Orange is the New Pink, according to PCRM (Physicians Committee for Responsible Medicine). Encouraging women across the country to swap their pink ribbons for orange vegetables can drastically improve their odds of prevention and survival in the battle against breast cancer.
In a study of 103 women in Australia, who were followed for six years after they were diagnosed with breast cancer, those who consumed the most fruits and vegetables rich in beta-carotene or vitamin C had the best chance for survival. Similarly, a study of Canadian women with breast cancer found that those getting the most beta-carotene and vitamin C had significantly better survival odds. The more of these nutrients they got, the better they did! Those who got more than 5 milligrams of beta-carotene per day had DOUBLE the likelihood of survival compared to women who got less than 2 milligrams. 5 milligrams is about half a medium carrot, or one quarter cup of cooked sweet potato.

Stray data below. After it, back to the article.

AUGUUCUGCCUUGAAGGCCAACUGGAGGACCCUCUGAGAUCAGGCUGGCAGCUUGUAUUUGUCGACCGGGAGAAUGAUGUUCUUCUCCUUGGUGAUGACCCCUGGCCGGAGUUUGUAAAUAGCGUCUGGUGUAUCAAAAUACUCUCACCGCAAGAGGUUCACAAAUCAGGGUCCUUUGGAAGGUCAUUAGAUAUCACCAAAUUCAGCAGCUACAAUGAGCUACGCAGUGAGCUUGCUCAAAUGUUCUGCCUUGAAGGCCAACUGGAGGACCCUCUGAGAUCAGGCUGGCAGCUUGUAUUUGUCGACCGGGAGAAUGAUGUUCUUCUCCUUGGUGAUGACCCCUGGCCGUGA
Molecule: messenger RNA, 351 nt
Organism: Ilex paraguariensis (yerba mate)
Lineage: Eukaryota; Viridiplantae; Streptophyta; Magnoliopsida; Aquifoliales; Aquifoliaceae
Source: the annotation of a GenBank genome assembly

If you're thinking you can just go pop a pill of beta-carotene though, don't be fooled. The research shows that those whose diets were high in beta-carotene (think orange and red fruits and vegetables, and dark leafy greens!) had protective effects, but those who used supplements of beta-carotene were actually more likely to develop cancer. The reasons aren't entirely clear, but it might be that since supplements deliver high doses of only one antioxidant, they interfere with the absorption of others. In addition, the fresh fruits and vegetables that have all that beta-carotene in them also have many other protective effects against cancer, including antioxidants, vitamins, minerals, and phytochemicals.
Go to your local Farmers Market today, and grab some beta-carotene!